An approximate extension of the slender body theory was used to determine the static shape of a conically ended dielectric fluid drop in an electric field. Using induced surface charge density, hydrostatic pressure and the surface tension of the liquid with interfacial tension stresses and Maxwell electric stresses, a governing equation was obtained for slender geometries for the equilibrium configuration and numerically solved for 3D. For an applied electric field, the electric energy on a spherical drop can be maximized in a weak dielectric by increasing the applied electric field. The minimum dielectric constant ratio needed to produce a conical end is 14.5 corresponding to a cone angle 31.25° .There is a sharp increment of the aspect ratio after reaching the threshold value of the applied field strength and the deformation of the fluid drop increases with the increase in dielectric constant of the fluid drop. For a particular dielectric constant ratio, the threshold electric field producing conical interface increases with the increased surface tension of the liquid. The threshold electric field for a water drop is 1.0854×104 units and the corresponding aspect ratio is 15. For the minimum dielectric ratio the cone angle of the drop decreases with applied field making the drop more stable at higher fields.

Periodical:

International Letters of Chemistry, Physics and Astronomy (Volume 3)

Pages:

24-40

Citation:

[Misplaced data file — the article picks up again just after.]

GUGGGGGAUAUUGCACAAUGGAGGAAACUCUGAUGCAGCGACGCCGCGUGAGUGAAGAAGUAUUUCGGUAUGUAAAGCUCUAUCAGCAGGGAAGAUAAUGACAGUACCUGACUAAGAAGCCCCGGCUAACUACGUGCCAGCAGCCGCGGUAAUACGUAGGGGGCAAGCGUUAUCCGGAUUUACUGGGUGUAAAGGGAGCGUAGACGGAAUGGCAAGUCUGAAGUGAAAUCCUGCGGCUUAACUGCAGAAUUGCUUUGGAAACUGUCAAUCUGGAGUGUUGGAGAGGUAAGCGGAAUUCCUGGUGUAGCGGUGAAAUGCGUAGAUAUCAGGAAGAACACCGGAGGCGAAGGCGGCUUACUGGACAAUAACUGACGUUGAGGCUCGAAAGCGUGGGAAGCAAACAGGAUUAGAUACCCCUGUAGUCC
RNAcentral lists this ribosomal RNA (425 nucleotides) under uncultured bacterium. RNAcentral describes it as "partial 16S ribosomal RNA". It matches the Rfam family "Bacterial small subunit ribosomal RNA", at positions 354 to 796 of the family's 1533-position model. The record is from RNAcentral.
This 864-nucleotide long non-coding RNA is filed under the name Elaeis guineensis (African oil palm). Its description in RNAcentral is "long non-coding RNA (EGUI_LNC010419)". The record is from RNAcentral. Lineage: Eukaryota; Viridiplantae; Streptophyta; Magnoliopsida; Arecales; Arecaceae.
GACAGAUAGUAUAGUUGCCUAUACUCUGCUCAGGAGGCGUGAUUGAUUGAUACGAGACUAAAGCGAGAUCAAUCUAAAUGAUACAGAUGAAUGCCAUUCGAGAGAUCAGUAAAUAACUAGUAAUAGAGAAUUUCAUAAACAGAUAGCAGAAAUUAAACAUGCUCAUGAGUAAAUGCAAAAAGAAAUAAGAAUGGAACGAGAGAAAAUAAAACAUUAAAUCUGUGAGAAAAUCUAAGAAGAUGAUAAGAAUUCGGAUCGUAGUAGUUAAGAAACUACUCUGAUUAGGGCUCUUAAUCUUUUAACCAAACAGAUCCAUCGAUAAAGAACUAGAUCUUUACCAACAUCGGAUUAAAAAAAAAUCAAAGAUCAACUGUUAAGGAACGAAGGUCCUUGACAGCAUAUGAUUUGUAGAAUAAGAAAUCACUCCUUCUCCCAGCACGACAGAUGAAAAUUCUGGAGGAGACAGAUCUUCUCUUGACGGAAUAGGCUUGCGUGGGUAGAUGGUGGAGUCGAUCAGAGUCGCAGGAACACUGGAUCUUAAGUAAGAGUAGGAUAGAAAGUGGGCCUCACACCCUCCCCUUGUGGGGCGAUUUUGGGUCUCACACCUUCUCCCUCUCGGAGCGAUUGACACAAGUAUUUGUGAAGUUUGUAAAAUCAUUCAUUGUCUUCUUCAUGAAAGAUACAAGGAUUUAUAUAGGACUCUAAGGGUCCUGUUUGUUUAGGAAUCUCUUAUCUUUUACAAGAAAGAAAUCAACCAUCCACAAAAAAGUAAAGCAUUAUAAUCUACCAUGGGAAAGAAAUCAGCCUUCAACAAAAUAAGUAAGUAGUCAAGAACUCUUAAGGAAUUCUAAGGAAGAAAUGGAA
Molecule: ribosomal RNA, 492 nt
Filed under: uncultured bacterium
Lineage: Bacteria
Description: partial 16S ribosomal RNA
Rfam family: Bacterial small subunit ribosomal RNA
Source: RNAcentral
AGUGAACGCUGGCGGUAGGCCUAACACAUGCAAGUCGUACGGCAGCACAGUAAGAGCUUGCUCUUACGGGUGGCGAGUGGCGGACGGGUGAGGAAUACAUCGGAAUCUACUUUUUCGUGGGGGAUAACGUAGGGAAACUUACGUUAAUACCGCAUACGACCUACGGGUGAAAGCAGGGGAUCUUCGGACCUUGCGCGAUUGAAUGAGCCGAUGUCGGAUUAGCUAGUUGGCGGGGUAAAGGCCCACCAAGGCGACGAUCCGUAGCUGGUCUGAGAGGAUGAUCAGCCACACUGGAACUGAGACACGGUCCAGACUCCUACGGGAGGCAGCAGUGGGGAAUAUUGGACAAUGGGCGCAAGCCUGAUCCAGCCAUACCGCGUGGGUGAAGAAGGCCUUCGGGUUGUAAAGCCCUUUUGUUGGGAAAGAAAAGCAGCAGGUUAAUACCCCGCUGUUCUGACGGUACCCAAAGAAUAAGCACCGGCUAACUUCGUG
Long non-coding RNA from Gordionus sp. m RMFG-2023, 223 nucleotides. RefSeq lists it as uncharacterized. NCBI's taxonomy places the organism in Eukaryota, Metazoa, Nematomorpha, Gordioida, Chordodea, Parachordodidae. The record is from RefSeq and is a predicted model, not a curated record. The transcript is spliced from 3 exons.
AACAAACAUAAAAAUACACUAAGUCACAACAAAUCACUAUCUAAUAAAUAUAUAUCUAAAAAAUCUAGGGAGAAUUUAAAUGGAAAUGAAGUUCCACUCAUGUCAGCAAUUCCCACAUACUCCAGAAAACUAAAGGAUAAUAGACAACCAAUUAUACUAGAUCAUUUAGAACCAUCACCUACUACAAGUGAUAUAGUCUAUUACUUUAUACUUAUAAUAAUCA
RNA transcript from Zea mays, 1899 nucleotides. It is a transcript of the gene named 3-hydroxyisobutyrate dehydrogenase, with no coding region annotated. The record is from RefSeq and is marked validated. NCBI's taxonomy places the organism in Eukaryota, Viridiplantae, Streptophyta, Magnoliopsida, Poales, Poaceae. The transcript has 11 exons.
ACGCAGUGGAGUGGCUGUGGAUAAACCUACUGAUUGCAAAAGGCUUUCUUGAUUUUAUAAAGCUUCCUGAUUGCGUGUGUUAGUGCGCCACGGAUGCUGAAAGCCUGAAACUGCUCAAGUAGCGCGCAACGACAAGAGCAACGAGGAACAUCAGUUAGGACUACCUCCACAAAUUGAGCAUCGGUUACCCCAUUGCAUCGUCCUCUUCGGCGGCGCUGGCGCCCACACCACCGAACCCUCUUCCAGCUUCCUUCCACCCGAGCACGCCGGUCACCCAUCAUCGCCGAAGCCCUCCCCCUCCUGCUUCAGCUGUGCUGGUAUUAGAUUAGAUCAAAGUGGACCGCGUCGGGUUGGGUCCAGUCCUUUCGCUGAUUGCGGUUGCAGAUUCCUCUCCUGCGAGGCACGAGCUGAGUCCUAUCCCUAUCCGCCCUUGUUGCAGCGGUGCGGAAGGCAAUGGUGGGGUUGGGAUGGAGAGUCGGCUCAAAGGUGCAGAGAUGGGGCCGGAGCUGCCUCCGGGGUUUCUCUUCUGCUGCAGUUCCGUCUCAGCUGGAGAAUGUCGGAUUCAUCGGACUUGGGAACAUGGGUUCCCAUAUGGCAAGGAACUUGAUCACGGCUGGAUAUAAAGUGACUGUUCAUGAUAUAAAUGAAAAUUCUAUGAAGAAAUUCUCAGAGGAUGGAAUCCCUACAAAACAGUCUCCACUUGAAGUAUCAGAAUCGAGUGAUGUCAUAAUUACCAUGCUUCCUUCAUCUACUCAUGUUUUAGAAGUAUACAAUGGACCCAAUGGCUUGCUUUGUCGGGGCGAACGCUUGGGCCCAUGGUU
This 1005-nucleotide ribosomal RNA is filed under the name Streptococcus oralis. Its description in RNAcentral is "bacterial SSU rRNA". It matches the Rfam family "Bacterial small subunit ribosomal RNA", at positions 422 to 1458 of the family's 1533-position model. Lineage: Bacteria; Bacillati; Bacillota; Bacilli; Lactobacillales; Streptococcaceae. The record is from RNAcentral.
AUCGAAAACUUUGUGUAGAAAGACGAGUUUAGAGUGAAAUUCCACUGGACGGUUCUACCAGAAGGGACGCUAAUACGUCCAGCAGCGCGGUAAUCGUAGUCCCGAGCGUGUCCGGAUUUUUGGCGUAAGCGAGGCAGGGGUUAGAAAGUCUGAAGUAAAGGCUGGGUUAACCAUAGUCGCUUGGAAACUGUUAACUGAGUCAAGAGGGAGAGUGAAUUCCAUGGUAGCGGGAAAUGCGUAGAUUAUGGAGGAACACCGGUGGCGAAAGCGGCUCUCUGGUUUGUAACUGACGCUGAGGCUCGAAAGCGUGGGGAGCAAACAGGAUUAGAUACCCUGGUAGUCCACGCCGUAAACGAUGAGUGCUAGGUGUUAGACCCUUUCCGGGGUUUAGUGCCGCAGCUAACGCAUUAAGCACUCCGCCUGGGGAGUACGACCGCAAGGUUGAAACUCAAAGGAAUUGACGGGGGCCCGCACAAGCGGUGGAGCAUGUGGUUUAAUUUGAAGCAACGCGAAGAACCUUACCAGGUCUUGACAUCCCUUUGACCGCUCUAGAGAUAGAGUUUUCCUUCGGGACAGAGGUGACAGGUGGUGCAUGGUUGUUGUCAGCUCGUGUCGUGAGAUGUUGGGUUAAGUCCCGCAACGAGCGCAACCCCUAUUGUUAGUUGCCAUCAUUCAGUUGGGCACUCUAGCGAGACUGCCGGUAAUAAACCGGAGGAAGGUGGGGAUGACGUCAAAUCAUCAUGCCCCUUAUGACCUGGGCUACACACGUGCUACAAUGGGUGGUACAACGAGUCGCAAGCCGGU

A.A.S.N. Jayalal and K. A. I. L. Wijewardena Gamalath, "The Changing Shape of a Liquid Drop in an Electric Field", International Letters of Chemistry, Physics and Astronomy, Vol. 3, pp. 24-40, 2012

Online since:

October 2012

Authors:

Keywords:

Distribution:

Open Access

This work is licensed under a

Creative Commons Attribution 4.0 International License

References:

[1] J. Zeleny, Phys. Rev. 10 (1917) 1-6.

[2] C. T. R. Wilson and G. I. Taylor, Mathematical Proccedings of the Cambridge Philosophical Society 22 (1925) 728-730.

[3] G.I. Taylor, Circulation Produceed in a Drop by an Electric Field, Proc. R. Soc. Lon. A, CCLXXX, 383(1964). 159 (1966).

[4] S. Chandrasekhar, Hydrodynamic and Hydro magnetic Stability, and Applications of the Tensor-Viral Theorem, (Selected Papers: Plasma Physics, Vol. 4 , University of Chicago 1989).

[5] C.E. Rosenkilde, Proc. Mathematical, Physical and Engineering Sciences, Vol. 455 (1981) pp.329-347 (1999).

[6] J.D. Sherwood, Journal of Fluid Mechanics Digital Archive 188 pp.133-146 (1988). J.D. Sherwood, J. Phys. A: Math. Gen. 24 (1991) 4047-4053.

[7] H. Li, T.C. Halsey, L. Alexander, Europhys. Lett. 27 (8) (1994) 575-580.

[8] J. D. Jackson,. Behavior of fields in a conical hole or near a shap point. (In classical electrodynamics, Ch. 3 Wiley, (1998) 95.

[9] H.A. Stone, J. R. Lister and M. P. Brenner, Proc. R. Soc. Lon A 455 (1999) 329-347.

[10] A. Ramos, A. Castellanos, Phys. Lett A 268 (1994) 268-272.

Cited By:

This article has no citations.